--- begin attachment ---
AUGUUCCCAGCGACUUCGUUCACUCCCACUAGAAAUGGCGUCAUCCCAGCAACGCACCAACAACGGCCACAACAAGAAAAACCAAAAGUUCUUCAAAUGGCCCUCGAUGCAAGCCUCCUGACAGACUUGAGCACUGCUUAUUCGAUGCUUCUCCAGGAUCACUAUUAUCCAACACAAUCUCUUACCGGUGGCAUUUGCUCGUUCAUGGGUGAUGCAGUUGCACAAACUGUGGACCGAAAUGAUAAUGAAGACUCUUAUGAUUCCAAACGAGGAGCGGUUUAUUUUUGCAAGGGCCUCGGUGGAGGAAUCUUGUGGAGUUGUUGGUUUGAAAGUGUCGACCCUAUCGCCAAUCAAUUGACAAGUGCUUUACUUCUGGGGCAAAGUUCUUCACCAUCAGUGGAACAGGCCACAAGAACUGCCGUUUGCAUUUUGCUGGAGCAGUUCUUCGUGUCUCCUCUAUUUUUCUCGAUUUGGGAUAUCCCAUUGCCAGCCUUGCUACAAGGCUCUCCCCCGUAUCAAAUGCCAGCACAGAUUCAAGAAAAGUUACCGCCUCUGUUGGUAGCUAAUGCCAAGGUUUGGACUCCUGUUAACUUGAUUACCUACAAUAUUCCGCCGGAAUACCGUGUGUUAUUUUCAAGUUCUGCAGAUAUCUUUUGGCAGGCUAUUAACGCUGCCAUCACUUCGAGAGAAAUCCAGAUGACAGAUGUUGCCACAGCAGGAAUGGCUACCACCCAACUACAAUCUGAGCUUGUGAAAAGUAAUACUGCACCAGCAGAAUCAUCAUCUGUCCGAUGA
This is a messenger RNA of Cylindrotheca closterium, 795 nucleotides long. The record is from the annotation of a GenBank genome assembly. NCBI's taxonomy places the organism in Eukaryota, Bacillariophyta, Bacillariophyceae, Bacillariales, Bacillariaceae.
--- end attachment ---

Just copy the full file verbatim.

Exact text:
AUGUUCCCAGCGACUUCGUUCACUCCCACUAGAAAUGGCGUCAUCCCAGCAACGCACCAACAACGGCCACAACAAGAAAAACCAAAAGUUCUUCAAAUGGCCCUCGAUGCAAGCCUCCUGACAGACUUGAGCACUGCUUAUUCGAUGCUUCUCCAGGAUCACUAUUAUCCAACACAAUCUCUUACCGGUGGCAUUUGCUCGUUCAUGGGUGAUGCAGUUGCACAAACUGUGGACCGAAAUGAUAAUGAAGACUCUUAUGAUUCCAAACGAGGAGCGGUUUAUUUUUGCAAGGGCCUCGGUGGAGGAAUCUUGUGGAGUUGUUGGUUUGAAAGUGUCGACCCUAUCGCCAAUCAAUUGACAAGUGCUUUACUUCUGGGGCAAAGUUCUUCACCAUCAGUGGAACAGGCCACAAGAACUGCCGUUUGCAUUUUGCUGGAGCAGUUCUUCGUGUCUCCUCUAUUUUUCUCGAUUUGGGAUAUCCCAUUGCCAGCCUUGCUACAAGGCUCUCCCCCGUAUCAAAUGCCAGCACAGAUUCAAGAAAAGUUACCGCCUCUGUUGGUAGCUAAUGCCAAGGUUUGGACUCCUGUUAACUUGAUUACCUACAAUAUUCCGCCGGAAUACCGUGUGUUAUUUUCAAGUUCUGCAGAUAUCUUUUGGCAGGCUAUUAACGCUGCCAUCACUUCGAGAGAAAUCCAGAUGACAGAUGUUGCCACAGCAGGAAUGGCUACCACCCAACUACAAUCUGAGCUUGUGAAAAGUAAUACUGCACCAGCAGAAUCAUCAUCUGUCCGAUGA
This is a messenger RNA of Cylindrotheca closterium, 795 nucleotides long. The record is from the annotation of a GenBank genome assembly. NCBI's taxonomy places the organism in Eukaryota, Bacillariophyta, Bacillariophyceae, Bacillariales, Bacillariaceae.